CSS is more flexible than it’s ever been, it allows us to create well designed interfaces without the need for exporting as many images as we used to. But are we neglecting the use of images and vectors for the sake of it?
There was a time when front-end developers had to master the art of butchering semantic code to achieve the results they wanted. Chopping up 9 images into a 3×3 table was common practice for anyone who wanted to achieve rounded corners.
Thankfully we now live in the future, where properties such as border-radius have given us:
- Cleaner markup
- Faster loading times
- Reduced development time
CSS properties are now so flexible it’s possible to replicate a detailed mockup without using any image assets at all. Look at this example of a full icon set generated without using any images or sprites.
It’s an impressive experiment for someone who remembers creating 3×3 tables, but is it just a clever technical demonstration or does it have any practical application in web design today?
Let’s take a recent example. I wanted to convert my mockup into markup and CSS. I had designed a ribbon.
Inspired by the CSS-only icons I thought I’d try using CSS properties and pseudo elements to achieve the desired effect without sprites or vector images.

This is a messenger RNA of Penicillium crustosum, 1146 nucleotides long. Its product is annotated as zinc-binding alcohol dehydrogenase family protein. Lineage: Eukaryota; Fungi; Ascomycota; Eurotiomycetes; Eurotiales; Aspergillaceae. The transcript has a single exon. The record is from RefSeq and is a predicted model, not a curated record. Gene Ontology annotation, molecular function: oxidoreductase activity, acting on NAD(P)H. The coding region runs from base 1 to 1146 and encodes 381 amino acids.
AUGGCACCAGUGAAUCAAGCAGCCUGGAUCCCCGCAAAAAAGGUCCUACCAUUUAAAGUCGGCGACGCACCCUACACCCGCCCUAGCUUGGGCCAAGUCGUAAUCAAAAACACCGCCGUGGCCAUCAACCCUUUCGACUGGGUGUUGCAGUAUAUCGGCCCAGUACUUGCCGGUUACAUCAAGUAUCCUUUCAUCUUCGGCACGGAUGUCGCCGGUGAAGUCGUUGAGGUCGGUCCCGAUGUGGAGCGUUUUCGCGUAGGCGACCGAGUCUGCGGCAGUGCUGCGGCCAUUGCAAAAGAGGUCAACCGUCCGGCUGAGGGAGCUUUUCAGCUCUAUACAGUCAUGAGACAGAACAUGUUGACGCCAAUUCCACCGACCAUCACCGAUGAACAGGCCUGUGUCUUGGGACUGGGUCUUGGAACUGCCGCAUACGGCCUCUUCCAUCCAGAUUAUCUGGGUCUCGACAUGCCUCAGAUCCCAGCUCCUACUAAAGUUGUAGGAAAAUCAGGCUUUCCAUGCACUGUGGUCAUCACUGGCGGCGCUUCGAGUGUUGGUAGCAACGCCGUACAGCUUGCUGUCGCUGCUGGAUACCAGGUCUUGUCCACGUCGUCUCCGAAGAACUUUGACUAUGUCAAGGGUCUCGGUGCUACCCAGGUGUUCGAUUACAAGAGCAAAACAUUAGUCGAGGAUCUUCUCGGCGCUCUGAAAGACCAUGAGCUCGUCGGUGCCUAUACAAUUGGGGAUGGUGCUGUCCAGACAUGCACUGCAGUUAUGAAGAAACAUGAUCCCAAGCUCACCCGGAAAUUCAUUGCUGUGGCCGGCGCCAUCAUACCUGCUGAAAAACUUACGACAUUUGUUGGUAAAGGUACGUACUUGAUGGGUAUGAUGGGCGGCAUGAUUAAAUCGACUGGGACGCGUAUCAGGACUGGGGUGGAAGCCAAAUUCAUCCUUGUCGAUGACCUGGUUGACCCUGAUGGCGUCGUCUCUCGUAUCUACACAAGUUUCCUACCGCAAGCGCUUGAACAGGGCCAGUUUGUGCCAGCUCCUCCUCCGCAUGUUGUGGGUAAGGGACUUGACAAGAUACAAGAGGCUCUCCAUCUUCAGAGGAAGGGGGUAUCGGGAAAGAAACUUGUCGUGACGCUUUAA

It worked, kind of. But at what cost? It took much longer to develop using trial and error to trick the properties into displaying something they weren’t intended for. I was fiddling with border properties to create a ribbon shape and layering up drop-shadows to create border effects, which also meant I couldn’t get it pixel perfect. Take a look at the sharp edges for example.
Because I had effectively hacked the CSS to create this element I couldn’t use other properties accurately, such as applying a drop-shadow.
There are benefits to CSS-based styles such as scalability across devices and resolutions but the pro’s don’t outweigh the con’s.
If I used a sprite or vector graphic it would have:
- Looked closer to the design
- Taken less time to code
- Added no significant weight to the download time
- Made no difference to the markup
- Been compatible with a wider range of browser versions
Sprites may not be ideal in a time where designers are expected to export multiple assets for different resolutions, but as someone who wants to achieve pixel perfection I favour the consistent results over bulky CSS and hacked properties.
Years ago, front-end developers bodged the markup to create the elements they wanted because it wasn’t possible any other way. Now we have more than one way of achieving our goal semantically and efficiently.
For me, the icon experiment tells us we can do wonderful things with CSS that we couldn’t before but I think the important thing is to strike a balance and not to reject images for the sake of it.